In April 2008, Baycrest, a leading research institute focused on aging and brain function, received $10-million from the Ontario Government to create a groundbreaking Centre for Brain Fitness. Its stated goal was to "develop and commercialize a range of products designed to improve the brain health of aging Ontarians and others around the world."
"Our government is proud to support Baycrest and its invaluable work, which is already leading to the discovery of important new tools and approaches to treating brain diseases associated with aging," said Minister of Research and Innovation, John Wilkinson.
We have Baycrest's CEO with us today, to explore why Ontario and Baycrest chose to become pioneers in this area, and discuss some of the main opportunities, and challenges. Dr. William E. Reichman is President and CEO of Baycrest. Dr. Reichman, an internationally-known expert in geriatric mental health and dementia, is also Professor of Psychiatry on the Faculty of Medicine at the University of Toronto.
Alvaro Fernandez: Bill, thank you for your time. Let me start by asking, given that you just spoke at the recent Consumer Electronic Show, what do you make of the growing brain fitness field?
Bill Reichman: It looks like a classic example of a very promising but still early stage field -- a lot of opportunity and enthusiasm, but also a lot of product claims that are not backed by solid research. Think about the physical fitness analogy: even today, after decades of progress, you still see people buying research-based products such as treadmills but also all types of random machines they see on TV and have not been subject to any validation. Similarly, consumers today do not know what to make of growing brain fitness claims. As another speaker pointed out, for the industry to fulfill its promise, it will need to be careful with research and claims, not to end up like the nutraceuticals category.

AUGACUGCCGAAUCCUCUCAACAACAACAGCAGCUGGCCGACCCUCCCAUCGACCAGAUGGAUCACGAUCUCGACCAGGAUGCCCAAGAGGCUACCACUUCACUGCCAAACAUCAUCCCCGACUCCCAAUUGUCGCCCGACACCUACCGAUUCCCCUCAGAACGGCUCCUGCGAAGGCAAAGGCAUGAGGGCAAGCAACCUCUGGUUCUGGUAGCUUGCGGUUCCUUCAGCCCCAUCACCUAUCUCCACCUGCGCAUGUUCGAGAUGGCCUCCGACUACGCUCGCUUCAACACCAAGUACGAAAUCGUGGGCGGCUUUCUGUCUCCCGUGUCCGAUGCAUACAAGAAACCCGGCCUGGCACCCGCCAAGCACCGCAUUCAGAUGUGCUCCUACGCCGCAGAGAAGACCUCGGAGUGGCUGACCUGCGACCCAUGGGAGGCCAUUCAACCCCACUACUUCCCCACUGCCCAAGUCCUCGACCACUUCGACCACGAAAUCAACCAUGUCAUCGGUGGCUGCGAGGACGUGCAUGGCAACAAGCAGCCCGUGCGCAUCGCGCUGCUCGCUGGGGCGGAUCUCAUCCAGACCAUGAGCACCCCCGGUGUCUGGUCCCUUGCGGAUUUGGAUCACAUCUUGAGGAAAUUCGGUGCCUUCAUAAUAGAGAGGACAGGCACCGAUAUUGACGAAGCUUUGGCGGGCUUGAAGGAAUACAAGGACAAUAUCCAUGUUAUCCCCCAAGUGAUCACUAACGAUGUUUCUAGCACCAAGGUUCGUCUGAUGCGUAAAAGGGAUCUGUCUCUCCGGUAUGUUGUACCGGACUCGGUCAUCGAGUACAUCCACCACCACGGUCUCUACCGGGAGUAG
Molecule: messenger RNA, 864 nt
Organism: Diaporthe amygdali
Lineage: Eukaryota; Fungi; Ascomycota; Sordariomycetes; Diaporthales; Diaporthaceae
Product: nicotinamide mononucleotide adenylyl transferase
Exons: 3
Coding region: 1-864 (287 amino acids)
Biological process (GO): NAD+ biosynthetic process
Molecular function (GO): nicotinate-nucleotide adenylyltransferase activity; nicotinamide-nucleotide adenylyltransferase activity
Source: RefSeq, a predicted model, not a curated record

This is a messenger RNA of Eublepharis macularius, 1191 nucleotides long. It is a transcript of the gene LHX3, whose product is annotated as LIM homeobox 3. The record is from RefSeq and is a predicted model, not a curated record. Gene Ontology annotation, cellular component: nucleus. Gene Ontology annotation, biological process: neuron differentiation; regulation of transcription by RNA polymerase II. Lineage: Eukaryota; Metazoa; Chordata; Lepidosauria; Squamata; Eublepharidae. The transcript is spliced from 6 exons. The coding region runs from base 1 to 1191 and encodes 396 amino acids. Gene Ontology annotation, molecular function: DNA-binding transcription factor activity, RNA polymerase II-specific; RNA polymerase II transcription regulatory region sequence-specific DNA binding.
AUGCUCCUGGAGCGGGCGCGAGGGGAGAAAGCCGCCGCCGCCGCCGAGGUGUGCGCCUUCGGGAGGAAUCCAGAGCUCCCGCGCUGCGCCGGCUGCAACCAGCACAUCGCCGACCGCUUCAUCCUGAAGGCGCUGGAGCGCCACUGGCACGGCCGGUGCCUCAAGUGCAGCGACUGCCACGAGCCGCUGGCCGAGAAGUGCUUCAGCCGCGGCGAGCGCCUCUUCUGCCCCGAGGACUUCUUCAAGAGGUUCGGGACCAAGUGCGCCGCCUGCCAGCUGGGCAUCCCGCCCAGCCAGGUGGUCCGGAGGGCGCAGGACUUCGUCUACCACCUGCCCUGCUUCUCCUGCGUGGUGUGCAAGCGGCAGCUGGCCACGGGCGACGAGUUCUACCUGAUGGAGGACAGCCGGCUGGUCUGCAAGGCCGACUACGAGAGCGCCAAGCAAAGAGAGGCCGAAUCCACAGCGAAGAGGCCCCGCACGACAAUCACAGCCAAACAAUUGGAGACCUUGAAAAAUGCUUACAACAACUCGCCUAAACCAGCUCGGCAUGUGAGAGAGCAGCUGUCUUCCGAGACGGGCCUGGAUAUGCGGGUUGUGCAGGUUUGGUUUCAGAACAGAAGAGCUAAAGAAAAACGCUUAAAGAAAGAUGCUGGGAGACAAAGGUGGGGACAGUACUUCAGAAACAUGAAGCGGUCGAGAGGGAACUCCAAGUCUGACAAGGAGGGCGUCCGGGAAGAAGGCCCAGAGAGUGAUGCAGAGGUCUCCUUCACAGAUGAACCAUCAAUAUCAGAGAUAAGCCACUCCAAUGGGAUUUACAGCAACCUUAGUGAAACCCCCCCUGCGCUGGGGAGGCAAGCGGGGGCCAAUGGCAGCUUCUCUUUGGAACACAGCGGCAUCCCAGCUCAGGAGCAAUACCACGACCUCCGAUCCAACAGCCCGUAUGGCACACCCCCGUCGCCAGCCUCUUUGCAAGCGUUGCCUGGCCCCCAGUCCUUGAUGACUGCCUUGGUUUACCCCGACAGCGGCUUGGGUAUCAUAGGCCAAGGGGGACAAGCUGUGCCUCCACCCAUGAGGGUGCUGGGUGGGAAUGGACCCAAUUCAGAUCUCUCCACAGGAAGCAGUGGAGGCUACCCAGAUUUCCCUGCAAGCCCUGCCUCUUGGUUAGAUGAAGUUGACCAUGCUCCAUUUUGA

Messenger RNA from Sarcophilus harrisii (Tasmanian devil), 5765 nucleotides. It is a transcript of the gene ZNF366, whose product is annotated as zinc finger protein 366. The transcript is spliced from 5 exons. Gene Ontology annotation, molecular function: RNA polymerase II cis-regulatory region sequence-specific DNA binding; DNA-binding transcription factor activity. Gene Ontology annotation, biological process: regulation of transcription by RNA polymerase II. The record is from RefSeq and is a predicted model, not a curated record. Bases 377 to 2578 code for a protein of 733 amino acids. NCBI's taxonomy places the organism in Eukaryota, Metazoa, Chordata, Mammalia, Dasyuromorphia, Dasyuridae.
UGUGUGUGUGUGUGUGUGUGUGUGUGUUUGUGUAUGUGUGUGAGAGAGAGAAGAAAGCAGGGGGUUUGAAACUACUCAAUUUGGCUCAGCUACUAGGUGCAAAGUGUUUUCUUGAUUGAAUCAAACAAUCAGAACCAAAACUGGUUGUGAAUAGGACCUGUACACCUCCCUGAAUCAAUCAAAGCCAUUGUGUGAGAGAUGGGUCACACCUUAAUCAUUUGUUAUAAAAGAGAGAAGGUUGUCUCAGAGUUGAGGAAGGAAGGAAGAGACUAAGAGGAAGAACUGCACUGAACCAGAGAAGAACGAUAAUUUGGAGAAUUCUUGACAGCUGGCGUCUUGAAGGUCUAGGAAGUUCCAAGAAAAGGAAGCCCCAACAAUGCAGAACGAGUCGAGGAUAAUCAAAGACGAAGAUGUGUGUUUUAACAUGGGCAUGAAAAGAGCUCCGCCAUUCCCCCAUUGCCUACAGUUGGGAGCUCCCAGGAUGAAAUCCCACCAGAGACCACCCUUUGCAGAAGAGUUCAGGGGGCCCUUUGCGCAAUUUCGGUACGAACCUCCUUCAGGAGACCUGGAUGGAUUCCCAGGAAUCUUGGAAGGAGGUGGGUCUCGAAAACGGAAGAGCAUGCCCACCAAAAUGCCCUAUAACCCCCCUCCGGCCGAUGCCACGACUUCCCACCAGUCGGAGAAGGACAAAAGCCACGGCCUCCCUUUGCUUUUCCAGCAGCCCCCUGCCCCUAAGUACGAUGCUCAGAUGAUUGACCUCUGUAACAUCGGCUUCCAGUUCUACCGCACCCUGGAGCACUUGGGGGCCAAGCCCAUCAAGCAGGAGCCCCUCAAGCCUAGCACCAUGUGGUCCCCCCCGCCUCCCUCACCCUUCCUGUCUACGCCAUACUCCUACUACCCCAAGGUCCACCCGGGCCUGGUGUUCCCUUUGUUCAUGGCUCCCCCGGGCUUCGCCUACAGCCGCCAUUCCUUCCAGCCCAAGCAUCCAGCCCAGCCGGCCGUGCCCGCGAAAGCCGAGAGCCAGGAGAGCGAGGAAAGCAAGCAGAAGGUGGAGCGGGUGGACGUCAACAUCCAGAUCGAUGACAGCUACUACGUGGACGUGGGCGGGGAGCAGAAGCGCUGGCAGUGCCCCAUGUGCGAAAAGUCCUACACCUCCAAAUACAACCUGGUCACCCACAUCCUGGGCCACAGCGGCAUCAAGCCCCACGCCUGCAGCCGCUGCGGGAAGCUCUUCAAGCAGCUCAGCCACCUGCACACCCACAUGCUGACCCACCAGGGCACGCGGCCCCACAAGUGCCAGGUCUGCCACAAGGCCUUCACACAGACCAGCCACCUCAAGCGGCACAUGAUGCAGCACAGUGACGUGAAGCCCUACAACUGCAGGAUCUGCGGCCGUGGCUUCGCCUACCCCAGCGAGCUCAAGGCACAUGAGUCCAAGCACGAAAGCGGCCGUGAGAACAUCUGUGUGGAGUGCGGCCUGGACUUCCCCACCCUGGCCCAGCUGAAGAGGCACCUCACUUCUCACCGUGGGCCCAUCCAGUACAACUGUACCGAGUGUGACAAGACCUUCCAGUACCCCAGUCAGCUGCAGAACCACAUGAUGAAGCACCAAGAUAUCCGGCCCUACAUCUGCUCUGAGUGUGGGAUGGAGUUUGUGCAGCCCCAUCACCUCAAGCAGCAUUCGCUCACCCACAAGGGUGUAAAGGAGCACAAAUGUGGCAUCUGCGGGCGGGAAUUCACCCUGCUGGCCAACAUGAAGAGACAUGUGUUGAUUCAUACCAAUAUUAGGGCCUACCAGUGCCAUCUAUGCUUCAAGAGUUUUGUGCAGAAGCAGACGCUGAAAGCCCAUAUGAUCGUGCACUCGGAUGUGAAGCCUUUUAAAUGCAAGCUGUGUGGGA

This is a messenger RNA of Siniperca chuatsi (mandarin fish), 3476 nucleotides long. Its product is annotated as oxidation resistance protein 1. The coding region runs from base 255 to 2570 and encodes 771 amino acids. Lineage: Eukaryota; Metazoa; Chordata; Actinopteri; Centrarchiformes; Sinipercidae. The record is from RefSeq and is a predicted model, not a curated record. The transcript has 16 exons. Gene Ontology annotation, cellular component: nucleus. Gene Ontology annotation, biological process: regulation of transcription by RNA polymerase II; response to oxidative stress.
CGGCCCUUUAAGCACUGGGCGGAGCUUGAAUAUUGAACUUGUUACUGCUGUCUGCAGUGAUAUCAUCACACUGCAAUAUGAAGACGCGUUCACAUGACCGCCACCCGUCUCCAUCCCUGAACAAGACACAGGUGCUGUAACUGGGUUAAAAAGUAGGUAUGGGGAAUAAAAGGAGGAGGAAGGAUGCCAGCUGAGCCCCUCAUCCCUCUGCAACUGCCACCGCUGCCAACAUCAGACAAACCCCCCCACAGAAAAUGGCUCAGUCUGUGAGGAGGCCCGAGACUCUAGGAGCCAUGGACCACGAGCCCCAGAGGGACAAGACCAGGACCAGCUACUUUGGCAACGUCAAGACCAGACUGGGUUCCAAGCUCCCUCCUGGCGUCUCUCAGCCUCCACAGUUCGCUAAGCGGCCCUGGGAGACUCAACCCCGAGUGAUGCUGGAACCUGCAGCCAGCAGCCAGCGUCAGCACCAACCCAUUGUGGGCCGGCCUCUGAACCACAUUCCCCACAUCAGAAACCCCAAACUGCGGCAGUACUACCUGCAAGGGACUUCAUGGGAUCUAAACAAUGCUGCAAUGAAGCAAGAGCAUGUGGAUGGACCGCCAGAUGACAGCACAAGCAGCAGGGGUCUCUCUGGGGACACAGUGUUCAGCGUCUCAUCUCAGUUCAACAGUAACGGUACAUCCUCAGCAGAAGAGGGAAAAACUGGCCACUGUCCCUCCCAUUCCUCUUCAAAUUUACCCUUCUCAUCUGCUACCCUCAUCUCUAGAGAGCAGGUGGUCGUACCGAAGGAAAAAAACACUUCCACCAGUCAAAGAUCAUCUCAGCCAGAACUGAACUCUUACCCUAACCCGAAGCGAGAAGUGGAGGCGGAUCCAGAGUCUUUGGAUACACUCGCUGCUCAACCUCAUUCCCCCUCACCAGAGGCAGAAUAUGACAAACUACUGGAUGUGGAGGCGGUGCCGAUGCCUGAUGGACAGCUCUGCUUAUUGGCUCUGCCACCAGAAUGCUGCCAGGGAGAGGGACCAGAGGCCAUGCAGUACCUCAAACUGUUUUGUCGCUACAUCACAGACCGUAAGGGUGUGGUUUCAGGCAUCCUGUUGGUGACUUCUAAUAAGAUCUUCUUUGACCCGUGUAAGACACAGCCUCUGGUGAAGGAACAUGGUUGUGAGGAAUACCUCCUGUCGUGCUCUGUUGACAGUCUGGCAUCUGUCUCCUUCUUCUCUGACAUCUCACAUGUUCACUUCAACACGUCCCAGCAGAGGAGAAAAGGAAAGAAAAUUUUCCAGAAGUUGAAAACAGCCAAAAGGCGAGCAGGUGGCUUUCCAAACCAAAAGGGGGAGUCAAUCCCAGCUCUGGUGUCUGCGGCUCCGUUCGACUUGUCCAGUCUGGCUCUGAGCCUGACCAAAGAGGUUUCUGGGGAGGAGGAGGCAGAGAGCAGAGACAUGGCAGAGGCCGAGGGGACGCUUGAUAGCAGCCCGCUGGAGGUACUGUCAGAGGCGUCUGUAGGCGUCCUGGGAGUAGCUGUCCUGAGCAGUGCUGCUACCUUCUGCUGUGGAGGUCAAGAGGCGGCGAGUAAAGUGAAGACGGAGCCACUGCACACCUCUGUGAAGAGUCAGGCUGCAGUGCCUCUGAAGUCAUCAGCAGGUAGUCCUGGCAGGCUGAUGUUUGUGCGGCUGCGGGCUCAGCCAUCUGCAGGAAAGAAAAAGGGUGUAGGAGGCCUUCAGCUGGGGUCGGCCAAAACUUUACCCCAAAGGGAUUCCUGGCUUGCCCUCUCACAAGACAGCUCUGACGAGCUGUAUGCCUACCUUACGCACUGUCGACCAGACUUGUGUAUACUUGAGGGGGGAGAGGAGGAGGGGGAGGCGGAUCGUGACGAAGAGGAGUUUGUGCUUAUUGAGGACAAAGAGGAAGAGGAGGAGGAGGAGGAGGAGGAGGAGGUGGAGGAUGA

By the way, let me recognize that the work you are doing with SharpBrains reports and your website is very important to offer quality information.
Thank you. Let's step back for a moment. Taking a, say, 10 years view, what is the main opportunity that technology-based brain fitness can offer to society?
First of all, let me say that I think we have an opportunity to make major progress in Brain Health in the twenty-first century, similar to what happened with Cardiovascular Health in the twentieth, and technology will play a crucial role.
Given the rapid advances we are witnessing today in the research and technology arenas, I feel confident in saying that in less than 10 years we will have both valid and reliable assessments of cognitive functions, that will be used both by consumers at home and in a variety of health settings, and a better knowledge of what specific cognitive rehabilitative interventions may help specific groups of patients.
Quality and widely available assessments are a critical part of the puzzle. Consumers and professionals need easy-to-use, low cost, assessments to measure both their needs and the impact of different interventions. Baycrest is going to take a leadership role in this area -- we believe that the development of a tool equivalent to the blood pressure cuff will have great impact on brain health in the areas of prevention and treatment.